The Australian Prudential Regulation Authority (APRA) has been asked whether it is aware that a situation is being created where financial advisers will not take on clients unless they have investible assets of more than $1 million.
The regulator was put on the spot about the rising costs of financial services regulation by NSW Liberal back-bencher, Jason Falinski who asked whether that fact should worry the regulator.
“Does it not worry you as an organisation that is meant to ensure the prudential standards of our financial institutions that investors are making decisions on good advice, but we are creating a situation where advisers will not take clients on unless they have $1 million in investible assets because of things like Government regulators increasing their fees and charges by 58%,” Falinski asked during a hearing of the House of Representatives Standing Committee on Economics.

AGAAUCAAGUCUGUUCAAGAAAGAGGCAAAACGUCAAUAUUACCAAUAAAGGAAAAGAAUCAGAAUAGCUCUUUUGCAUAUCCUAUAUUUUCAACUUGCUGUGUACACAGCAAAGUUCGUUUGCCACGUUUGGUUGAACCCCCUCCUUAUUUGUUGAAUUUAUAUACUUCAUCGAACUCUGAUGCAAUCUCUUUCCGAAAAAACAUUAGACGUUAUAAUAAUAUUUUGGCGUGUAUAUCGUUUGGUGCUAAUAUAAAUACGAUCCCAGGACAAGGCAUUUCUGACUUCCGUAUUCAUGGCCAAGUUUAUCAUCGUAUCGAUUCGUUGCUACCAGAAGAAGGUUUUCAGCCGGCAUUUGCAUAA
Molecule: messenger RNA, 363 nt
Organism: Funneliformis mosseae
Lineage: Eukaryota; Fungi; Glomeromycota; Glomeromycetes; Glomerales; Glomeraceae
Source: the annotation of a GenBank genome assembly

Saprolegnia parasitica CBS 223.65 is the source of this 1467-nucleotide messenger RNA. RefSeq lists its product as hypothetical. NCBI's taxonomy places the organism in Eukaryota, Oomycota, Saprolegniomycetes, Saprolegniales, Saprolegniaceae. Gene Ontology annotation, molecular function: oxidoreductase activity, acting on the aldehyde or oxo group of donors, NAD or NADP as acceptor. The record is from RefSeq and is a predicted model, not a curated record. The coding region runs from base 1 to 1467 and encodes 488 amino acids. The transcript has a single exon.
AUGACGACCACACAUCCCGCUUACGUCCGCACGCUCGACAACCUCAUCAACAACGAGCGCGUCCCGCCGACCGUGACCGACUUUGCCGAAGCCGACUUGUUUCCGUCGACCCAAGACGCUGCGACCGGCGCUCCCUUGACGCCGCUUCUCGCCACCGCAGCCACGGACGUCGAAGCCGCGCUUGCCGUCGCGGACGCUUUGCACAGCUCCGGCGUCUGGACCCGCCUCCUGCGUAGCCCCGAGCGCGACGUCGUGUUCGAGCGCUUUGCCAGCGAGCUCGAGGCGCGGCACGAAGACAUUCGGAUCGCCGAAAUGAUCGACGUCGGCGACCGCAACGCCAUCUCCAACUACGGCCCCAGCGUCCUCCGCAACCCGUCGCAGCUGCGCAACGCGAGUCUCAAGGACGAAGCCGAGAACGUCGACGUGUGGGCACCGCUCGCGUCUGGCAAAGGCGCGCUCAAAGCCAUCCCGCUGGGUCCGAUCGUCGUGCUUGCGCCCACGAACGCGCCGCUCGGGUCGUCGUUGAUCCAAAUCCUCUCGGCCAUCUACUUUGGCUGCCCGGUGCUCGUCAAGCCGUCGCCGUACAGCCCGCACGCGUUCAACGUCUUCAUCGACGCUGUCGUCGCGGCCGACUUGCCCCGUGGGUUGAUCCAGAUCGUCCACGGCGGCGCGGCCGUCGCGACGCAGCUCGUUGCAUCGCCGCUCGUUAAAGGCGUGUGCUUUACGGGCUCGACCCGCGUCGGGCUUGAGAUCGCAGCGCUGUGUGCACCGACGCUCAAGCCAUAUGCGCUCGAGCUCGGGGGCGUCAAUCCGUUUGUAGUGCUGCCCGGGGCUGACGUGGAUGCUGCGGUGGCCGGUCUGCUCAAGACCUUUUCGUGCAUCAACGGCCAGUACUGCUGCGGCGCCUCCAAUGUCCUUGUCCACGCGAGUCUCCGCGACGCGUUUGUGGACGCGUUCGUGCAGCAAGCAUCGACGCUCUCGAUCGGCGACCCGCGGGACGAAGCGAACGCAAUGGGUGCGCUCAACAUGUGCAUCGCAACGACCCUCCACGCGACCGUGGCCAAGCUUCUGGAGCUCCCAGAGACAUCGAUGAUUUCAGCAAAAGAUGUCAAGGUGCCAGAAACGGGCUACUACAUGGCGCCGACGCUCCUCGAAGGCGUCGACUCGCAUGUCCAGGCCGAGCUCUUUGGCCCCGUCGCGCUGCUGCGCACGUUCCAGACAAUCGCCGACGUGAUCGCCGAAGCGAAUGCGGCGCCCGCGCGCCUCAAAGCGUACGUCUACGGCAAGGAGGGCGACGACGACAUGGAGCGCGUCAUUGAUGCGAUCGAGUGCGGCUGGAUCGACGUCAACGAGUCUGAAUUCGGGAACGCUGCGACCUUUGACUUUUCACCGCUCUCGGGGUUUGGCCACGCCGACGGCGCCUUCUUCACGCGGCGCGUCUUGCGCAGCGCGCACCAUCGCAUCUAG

APRA deputy chair, Helen Rowell described Falinski’s question as being “somewhat out of our mandate”.
However, the backbencher put it in the context of financial advice being provided by industry superannuation funds.
“Given that industry super funds are starting to give or are regularly giving financial advice to their members have you spoken to the Australian Securities and investments Commission (ASIC) about the fact that they [the industry funds] continuously describe themselves as providing independent advice?” he asked.
Rowell said that APRA hadn’t had that specific conversation with ASIC.
“I think those measures of transparency and disclosure are primarily for ASIC but we have certainly had conversations with ASIC around the nature of the advice models in the superannuation sector and some of the complexities and issues that can arise in relation to that,” she said.